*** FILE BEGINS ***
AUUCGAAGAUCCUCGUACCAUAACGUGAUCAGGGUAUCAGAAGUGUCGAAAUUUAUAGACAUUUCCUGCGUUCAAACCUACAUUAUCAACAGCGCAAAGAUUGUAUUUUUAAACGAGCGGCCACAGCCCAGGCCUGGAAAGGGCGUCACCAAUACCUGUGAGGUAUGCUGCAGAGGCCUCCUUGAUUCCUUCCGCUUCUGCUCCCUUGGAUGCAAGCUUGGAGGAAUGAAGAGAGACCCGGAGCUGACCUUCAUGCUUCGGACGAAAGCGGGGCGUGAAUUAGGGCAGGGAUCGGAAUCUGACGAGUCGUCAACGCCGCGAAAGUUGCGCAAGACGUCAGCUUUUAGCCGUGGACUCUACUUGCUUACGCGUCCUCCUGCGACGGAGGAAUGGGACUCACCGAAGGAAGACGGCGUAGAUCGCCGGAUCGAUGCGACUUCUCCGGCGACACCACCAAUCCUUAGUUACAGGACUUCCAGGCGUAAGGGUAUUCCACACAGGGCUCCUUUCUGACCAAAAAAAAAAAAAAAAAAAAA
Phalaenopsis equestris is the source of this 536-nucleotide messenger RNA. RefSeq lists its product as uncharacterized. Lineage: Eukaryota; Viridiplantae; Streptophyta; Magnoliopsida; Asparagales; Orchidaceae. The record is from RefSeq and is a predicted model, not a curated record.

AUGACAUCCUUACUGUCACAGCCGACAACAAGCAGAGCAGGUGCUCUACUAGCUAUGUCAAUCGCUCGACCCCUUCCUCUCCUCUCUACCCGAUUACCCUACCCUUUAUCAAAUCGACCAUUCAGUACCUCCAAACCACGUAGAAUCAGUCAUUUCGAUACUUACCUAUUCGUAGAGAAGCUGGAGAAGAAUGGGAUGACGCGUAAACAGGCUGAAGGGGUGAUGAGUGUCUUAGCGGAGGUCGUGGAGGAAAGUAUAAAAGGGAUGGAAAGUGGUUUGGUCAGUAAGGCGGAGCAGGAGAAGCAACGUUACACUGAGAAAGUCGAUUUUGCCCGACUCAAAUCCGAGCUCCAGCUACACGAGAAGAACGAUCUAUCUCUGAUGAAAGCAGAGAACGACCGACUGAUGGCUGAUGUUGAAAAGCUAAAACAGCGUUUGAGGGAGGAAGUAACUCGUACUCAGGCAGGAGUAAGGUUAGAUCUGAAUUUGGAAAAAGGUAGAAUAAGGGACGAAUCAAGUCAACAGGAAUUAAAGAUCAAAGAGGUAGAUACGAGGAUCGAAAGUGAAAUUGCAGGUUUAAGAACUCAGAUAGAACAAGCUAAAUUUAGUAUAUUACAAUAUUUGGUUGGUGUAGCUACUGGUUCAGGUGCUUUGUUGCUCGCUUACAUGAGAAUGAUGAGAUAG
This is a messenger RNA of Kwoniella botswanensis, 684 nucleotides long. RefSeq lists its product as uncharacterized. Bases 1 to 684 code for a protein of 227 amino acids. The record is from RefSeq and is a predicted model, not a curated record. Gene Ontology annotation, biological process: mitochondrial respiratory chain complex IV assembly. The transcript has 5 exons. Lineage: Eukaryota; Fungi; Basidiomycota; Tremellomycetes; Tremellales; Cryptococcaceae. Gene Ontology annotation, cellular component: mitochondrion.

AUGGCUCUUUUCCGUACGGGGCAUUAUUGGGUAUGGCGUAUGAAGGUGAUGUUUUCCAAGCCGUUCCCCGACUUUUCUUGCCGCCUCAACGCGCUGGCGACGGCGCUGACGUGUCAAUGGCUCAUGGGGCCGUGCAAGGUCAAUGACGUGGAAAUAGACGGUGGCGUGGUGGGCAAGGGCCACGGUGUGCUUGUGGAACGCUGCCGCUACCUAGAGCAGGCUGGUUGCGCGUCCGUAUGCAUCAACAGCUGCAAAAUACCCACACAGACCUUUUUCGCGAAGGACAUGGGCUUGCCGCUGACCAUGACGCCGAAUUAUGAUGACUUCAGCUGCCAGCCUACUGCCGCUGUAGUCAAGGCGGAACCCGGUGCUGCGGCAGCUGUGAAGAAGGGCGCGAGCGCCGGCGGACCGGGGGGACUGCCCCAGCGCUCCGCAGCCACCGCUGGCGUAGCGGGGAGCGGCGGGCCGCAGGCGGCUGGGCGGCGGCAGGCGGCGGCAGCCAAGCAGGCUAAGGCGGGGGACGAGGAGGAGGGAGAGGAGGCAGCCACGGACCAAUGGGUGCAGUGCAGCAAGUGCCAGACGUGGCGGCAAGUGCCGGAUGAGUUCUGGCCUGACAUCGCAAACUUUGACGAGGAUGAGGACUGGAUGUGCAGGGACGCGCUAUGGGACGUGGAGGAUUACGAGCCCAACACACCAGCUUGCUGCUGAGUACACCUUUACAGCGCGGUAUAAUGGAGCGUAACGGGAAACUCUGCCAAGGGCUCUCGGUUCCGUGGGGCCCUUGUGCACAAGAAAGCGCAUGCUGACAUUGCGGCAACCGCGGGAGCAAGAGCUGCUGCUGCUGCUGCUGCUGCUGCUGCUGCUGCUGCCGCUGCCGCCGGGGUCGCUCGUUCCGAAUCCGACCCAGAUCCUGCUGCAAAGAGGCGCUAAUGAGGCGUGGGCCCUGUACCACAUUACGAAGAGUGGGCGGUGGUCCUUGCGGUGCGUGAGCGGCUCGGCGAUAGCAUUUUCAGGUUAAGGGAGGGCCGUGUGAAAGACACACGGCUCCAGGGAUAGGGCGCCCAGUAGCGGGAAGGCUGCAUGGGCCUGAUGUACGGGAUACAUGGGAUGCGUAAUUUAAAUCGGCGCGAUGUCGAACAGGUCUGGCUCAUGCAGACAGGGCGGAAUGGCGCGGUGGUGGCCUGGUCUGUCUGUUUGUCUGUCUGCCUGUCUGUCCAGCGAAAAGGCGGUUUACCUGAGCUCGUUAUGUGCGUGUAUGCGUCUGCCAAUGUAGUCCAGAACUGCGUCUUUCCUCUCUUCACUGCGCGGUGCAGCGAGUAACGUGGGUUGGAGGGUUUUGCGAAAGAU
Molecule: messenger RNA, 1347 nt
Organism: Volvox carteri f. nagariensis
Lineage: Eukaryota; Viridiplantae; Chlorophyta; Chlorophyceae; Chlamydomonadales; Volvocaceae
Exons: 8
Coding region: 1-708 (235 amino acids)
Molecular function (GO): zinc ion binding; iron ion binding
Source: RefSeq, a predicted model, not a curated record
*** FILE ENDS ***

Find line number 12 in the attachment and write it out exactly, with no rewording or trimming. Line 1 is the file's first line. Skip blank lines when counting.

Source: RefSeq, a predicted model, not a curated record